Maris, McLaughlin and Kalodner, Circuit Judges.
The issue presented on this appeal is whether the District Court erred in granting appellee third-party defendant's motion for summary judgment, Rule 56, Fed.R.Civ.Proc.,*fn1 against appellant third-party plaintiff, the original defendant. (Third-party plaintiff will hereinafter be referred to as "defendant".)
The original action was instituted in the District Court on February 6, 1963 by John H. Taylor, now deceased, against defendant, Rederi A/S Volo, for damages arising out of personal injuries allegedly sustained by Taylor.
Taylor's complaint alleged that on or about April 11, 1961, while he was employed as a longshoreman on board the S/S Othem, a vessel then "owned, operated and controlled by the defendant" and docked in the Port of Philadelphia, he sustained certain specified personal injuries "due to the unseaworthy condition of the S/S Othem and due to the negligence of the defendant by its duly authorized servants, agents and employees acting within the course and scope of their duties."*fn2 Damages in the amount of $75,000.00 were claimed.
In its amended answer, filed on April 24, 1963, defendant admitted that it owned and operated the S/S Othem at the time in question, but denied that the portion of the vessel where Taylor allegedly sustained his injuries was controlled by it at the time of the accident. The amended answer further averred that Lavino Shipping Company, a stevedore, which it later joined as a third-party defendant, controlled the area where the accident allegedly occurred. Defendant also denied that plaintiff was injured as a result of the unseaworthy condition of the S/S Othem or as a result of defendant's negligence. Defendant's answer also contained two "separate" defenses, one of which was that Taylor was contributorily negligent.*fn3
On March 22, 1963, prior to the defendant's filing of its amended answer, and prior to its joining of Lavino Shipping Company as third-party defendant, defendant took Taylor's deposition. At his deposition, Taylor stated, inter alia, that his injuries occurred when he fell into a space created by the separation of the cargo which was comprised of coca beans.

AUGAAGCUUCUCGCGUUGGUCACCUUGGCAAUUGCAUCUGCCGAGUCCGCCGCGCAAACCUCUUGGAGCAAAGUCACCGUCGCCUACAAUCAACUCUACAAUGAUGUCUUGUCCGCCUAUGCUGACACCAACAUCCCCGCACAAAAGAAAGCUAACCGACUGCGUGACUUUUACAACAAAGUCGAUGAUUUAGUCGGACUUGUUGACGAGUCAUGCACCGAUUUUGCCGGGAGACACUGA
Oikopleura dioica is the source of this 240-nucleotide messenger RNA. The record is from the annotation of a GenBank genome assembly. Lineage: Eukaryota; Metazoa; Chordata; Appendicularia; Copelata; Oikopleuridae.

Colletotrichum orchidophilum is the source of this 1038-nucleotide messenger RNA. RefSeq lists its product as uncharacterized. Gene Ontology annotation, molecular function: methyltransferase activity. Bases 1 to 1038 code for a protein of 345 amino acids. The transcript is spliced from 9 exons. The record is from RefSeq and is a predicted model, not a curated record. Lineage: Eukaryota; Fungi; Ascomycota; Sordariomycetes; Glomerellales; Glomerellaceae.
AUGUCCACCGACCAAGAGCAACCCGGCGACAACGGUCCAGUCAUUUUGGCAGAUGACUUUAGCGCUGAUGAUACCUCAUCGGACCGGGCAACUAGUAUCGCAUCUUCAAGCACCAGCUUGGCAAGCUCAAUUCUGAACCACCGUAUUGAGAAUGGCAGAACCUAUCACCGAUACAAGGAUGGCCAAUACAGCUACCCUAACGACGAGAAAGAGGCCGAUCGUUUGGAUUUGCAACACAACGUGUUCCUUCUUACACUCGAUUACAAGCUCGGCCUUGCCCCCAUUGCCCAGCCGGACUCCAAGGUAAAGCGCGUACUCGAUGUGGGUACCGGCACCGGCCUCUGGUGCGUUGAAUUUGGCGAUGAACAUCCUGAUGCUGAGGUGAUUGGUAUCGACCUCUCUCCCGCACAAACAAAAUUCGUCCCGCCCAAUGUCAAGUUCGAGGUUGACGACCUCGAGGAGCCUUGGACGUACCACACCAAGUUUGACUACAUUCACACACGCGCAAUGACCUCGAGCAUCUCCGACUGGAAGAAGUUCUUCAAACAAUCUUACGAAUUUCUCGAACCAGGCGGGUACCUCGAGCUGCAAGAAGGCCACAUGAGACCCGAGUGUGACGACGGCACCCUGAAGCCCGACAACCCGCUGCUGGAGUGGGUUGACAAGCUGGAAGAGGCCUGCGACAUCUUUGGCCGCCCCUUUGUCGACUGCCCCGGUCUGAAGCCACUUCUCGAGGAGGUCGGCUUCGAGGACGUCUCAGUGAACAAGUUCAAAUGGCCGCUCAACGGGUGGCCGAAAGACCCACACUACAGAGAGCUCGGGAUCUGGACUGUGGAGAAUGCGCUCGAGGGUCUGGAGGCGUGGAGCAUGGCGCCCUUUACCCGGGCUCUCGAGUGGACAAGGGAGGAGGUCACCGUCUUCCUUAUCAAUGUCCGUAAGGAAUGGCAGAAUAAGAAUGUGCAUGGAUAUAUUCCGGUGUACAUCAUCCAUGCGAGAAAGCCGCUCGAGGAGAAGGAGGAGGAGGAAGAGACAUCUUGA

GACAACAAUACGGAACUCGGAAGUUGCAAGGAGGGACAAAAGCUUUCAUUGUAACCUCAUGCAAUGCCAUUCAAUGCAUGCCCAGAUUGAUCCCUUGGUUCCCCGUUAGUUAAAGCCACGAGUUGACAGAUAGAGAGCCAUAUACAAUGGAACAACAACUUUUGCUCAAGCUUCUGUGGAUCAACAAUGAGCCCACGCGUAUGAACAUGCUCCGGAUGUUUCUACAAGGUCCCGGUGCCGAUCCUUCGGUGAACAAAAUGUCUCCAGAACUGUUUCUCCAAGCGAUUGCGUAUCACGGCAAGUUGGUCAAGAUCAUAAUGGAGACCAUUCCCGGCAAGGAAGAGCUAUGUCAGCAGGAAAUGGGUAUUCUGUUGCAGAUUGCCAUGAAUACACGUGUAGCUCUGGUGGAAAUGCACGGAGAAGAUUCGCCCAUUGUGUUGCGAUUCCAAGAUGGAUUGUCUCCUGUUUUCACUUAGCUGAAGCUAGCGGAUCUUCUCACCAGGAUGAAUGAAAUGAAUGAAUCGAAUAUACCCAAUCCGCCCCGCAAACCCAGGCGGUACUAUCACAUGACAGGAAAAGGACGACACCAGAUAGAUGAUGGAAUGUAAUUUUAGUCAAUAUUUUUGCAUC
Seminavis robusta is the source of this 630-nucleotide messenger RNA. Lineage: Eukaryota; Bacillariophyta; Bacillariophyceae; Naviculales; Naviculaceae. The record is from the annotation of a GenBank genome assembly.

Subsequently, on September 11, 1963, defendant joined Lavino Shipping Company as a third-party defendant. The third-party complaint alleged: that Taylor was in the employ of third-party defendant at the time of his alleged injury; that at the time of the accident, "Third Party Defendant was performing stevedoring services aboard the Defendant's vessel pursuant to a contract and/or agreement" made between defendant and third-party defendant; that "by virtue of the contractual relationship existing between the parties, Third Party Defendant undertook to and was under a duty and obligation to well and truly perform its services in a safe, proper, competent and workmanlike manner;" that third-party defendant breached this duty in that "it furnished and used improper, unsafe and defective equipment and further that its agents, servants and/or employees conducted cargo operations in a hazardous, negligent, unsafe and improper manner"; that such breach of contract was a "substantial factor in and the cause of Plaintiff's accident and injuries"; that if Taylor's injuries were caused by the negligence of any person other than himself, such negligence was that of third-party defendant and that if Taylor's injuries resulted from the unseaworthy condition of the vessel, such condition was "caused, created and/or brought into play" by third-party defendant. Defendant accordingly prayed for judgment over for indemnity against third-party defendant as to all sums which may be awarded in favor of Taylor and against defendant.
On October 23, 1963, third-party defendant ("Lavino") filed its answer to the third-party complaint*fn4 in which it admitted that it was performing stevedoring services for defendant at the time of Taylor's injury and that Taylor was in its employ at that time. It also admitted that it owed defendant a contractual duty to perform its stevedoring services in a proper and workmanlike manner. However, it denied that it breached this duty and that any such breach was a substantial factor or cause of Taylor's accident or injuries. It also denied that Taylor's injuries were caused by its negligence or that of its agents, servants or employees.*fn5
Taylor died December 25, 1964. On March 17, 1965 his wife, Mary, administratrix of his estate, was substituted as plaintiff.
Thereafter, on March 25, 1965, Lavino filed a "Request for Admissions" in which it requested defendant to admit that it had no evidence concerning Taylor's accident other than that contained in his deposition. The "Request for Admissions" was never answered by the defendant although a 10-day period had been fixed for the filing of an answer.
On May 25, 1965, Lavino filed a motion to strike the third-party complaint and/or for summary judgment in its favor. After argument, the District Court entered an order granting Lavino's motion for summary judgment.*fn6
In an accompanying opinion, Taylor v. Rederi A/S Volo, 249 F. Supp. 326, 328 (E.D.Pa., 1966), the District Court first considered the preliminary question "whether any use of Taylor's deposition against third-party defendant can be made at trial." With respect to this question, the District Court ...